In a bow to Satan, Phoenix City Council ends public prayer


#1

[Read the post]


#2


#3

So I guess his career is finished. I hope he’s got a good pension coming.


#4

Because he will run afoul of the evangelicals who had presumably been backing him? Good call. We gotta get the PR that they do on being persecuted for a belief in…the constitution.


#5

Score one for sanity in Arizona! Yet, the City Council doesn’t quite seem to get the message.

“This is what that Satanist group wants,” Councilman Sal DiCiccio told the Arizona Republic. “A moment of silence is basically a banning of prayer. It’s to agree to the Satanic goal to ban prayer.”

The Satanic group wanted to give their prayer, just like the Christians had been allowed to do.


#6

Shame, i would love to see the satanic group give their opening prayer.


#7

What’s the background of all the prayer traditions in US politics? This felt always as breach of the church/state separation to me.


#8

that’s one small step…


#9

It’s kind of a weird gray area. Technically there’s nowhere in the constitution that expressly and directly forbids this, but it could be taken as an official endorsement or support for a given religion over others. Might not be a big deal if politicians made it a point to celebrate different religions and beliefs, but the sole focus on christian faith pretty much makes the case for “separation of Church & State”.

My opinion of course, i’d be happy to make corrections if my explanation isn’t great.

Edit: From Wikipedia…

The phrase of Jefferson (see above) was quoted by the United States Supreme Court first in 1878, and then in a series of cases starting in 1947.[67] The phrase “separation of church and state” itself does not appear in the United States Constitution. The First Amendment states that “Congress shall make no law respecting an establishment of religion, or prohibiting the free exercise thereof.”


#10

Well, I think that the councilman is right in this case: it did want to eliminate the prayer, because the Satanic Church is generally in favor of a separation between church and state. The reason it does all these stunts the try and get “equal time” is really get the legislatures into that exact dilemma, and so get the religion out of where it doesn’t belong.


#11

“No true freedom without the freedom to oppress others.” is the unconscious motto of more than a few people.


#12

The Devil ain’t so bad, once you get to know him.


#13

It may not against the actual law, but it is curious. The public religiousness feels very foreign, I could name maybe two politicians in Germany expressing christian ideas frequently in the political realm, but in the US even cabinet meetings are opened with a prayer.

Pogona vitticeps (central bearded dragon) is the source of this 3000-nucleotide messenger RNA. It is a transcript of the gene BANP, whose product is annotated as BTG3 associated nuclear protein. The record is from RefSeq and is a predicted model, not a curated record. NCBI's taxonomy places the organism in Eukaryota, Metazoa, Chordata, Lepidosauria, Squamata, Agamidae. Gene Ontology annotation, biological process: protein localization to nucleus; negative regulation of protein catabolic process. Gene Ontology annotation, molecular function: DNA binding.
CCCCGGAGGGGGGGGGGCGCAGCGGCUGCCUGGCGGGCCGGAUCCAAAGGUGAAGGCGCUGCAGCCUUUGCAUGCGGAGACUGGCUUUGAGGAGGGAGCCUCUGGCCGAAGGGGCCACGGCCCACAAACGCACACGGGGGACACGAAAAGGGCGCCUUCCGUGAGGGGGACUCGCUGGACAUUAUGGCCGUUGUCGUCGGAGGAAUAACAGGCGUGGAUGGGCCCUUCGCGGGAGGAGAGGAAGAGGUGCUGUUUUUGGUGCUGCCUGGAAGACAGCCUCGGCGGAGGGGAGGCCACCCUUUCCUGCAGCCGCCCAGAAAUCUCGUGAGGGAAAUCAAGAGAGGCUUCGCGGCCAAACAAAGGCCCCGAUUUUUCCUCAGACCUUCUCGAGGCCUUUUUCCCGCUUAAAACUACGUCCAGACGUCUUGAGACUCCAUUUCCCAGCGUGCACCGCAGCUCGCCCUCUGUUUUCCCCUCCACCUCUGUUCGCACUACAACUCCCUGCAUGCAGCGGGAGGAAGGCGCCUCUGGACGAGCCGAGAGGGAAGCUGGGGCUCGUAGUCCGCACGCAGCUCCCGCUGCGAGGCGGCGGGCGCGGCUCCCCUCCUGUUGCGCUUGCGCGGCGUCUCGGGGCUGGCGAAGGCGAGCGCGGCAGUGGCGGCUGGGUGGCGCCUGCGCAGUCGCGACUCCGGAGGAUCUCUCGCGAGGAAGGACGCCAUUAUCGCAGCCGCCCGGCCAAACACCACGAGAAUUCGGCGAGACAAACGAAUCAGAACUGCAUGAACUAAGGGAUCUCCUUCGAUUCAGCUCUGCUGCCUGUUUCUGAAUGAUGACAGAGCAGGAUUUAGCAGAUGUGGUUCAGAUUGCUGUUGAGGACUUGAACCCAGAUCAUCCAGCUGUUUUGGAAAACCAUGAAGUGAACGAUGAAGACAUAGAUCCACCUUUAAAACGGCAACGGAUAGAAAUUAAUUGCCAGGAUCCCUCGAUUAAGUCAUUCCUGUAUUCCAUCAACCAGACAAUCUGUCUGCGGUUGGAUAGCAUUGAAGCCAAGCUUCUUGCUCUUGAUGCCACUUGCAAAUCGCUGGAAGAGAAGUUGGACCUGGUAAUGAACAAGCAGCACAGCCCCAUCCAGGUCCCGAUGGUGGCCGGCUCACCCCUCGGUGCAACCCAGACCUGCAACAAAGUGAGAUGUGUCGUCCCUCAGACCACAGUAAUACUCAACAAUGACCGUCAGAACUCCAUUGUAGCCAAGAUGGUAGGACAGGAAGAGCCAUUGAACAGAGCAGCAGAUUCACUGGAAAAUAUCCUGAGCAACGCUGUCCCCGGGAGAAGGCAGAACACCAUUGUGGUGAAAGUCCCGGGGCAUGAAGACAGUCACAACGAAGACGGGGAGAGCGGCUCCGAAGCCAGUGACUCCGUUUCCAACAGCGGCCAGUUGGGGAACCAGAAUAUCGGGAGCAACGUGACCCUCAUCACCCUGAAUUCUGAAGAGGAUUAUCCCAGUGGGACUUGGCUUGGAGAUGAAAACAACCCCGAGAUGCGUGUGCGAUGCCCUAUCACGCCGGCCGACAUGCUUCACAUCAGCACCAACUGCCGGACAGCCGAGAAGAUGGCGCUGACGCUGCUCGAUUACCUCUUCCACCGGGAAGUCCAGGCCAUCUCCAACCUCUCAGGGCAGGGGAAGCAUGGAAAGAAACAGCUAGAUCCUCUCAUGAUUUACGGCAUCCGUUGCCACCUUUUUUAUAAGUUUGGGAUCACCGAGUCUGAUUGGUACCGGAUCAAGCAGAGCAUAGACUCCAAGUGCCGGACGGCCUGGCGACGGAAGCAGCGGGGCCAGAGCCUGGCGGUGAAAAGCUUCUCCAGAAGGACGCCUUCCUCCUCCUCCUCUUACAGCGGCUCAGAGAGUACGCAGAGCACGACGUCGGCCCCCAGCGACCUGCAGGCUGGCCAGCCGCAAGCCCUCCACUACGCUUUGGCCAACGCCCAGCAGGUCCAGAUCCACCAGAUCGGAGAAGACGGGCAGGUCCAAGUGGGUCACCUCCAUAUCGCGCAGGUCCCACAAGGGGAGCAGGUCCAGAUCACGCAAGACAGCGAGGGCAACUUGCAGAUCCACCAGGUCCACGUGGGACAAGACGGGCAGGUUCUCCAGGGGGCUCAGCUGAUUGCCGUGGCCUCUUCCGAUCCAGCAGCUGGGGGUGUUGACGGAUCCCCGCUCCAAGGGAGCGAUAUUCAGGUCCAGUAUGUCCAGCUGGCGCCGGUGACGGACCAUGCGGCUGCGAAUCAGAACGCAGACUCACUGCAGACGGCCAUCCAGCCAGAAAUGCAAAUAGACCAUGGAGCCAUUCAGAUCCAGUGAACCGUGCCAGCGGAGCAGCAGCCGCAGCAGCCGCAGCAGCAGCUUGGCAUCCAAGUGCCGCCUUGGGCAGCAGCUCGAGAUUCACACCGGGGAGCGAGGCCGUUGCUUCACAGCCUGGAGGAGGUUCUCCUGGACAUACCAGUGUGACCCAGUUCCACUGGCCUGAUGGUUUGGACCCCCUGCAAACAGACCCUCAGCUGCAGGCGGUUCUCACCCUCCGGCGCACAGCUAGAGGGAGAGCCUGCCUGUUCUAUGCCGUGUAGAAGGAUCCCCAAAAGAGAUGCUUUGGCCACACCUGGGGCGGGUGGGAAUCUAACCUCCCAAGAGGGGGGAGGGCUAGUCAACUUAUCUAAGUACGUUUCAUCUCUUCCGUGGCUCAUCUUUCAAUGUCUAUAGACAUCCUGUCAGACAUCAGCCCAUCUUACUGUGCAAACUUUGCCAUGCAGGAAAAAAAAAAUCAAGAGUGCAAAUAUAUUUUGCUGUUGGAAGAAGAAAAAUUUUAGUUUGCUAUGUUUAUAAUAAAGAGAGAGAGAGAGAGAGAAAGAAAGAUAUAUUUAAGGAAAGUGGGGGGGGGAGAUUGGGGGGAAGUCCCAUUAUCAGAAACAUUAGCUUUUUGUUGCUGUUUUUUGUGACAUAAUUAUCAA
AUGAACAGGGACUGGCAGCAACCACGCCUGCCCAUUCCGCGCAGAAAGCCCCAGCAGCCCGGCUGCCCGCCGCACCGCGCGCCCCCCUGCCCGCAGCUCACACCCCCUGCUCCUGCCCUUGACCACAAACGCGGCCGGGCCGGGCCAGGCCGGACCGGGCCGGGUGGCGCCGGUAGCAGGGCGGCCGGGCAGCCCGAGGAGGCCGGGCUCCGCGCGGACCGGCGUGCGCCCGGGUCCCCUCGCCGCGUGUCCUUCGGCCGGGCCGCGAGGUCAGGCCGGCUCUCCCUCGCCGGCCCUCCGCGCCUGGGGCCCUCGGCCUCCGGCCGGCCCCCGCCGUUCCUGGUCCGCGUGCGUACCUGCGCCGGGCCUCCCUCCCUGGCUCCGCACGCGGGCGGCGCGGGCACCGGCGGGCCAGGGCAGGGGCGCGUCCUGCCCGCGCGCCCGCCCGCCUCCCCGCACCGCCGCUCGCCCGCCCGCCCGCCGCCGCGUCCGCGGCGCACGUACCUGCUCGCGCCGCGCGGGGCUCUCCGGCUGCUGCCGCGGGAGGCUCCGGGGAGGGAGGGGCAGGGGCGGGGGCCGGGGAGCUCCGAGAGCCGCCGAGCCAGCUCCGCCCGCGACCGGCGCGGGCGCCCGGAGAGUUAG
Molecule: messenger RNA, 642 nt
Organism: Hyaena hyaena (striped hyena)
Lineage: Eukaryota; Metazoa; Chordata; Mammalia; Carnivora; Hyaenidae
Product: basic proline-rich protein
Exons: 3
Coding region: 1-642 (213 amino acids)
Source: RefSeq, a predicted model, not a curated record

#14

Sadly, this has led to far too many conversations where I’ve had to explain to a modern-day Christian exactly what was being referred to by “establishment of religion”. Those who do not learn history are doomed to repeat it, indeed.

It’s always a fun excuse to casually throw “antidisestablishmentarianism” into a conversation, though.


#15

The two different points that Jefferson was making on religion are definitely a vexing subject because they are seemingly contradicting ideas. Not wholly so, but enough to cause confusion as you pointed out. You cannot establish religion. But you cannot stop the practices of a religion. Some secular people might take this as being within their rights to practice their religion within politics.

Always a great thing to get into a conversation over. Not just religion and politics, but religion within politics.


#16

Locally, if you are a majority, you can often get away with assuming everyone is just like you and steamrolling those who aren’t. If you make a tradition of prayers before council meetings and everyone is a Christian, no one’s going to make a stink about it - there’s not like a team of FBI agents going around enforcing the Establishment clause. The practice will persist.

What these Satanists do is speak up for those who ARE in the minority, forcing the majority to acknowledge the rights that people not of their little club have. They appear as a voice that contradicts hegemony. Often, just the reminder that someone outside of their little club is paying attention is enough to get them to behave.


#17

I don’t know why the Phoenix City Council would want to block the Satanist prayer. I mean, Satanism is just another Christian denomination.


#18

And I have a feeling many, many people who think they won’t get to know him at all because they’re headed “upstairs” will in fact get to know him all too well as they sink “downstairs.”

Let me go to hell in my own handbasket, and you go to hell … in yours.


#19

I’d be happy if every public prayer in the City Council ended in a literal bow to Satan.


#20

Just for clarity:

These people are “The Satanic Temple,” a group who wryly are using the most offensive* possible identity to the general public** to prove a point.

They are distinct from “The Church of Satan,” who actually might be called Satanists.

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*Edit: “worst” -> “most offensive”

**Edit: Added “to the general public”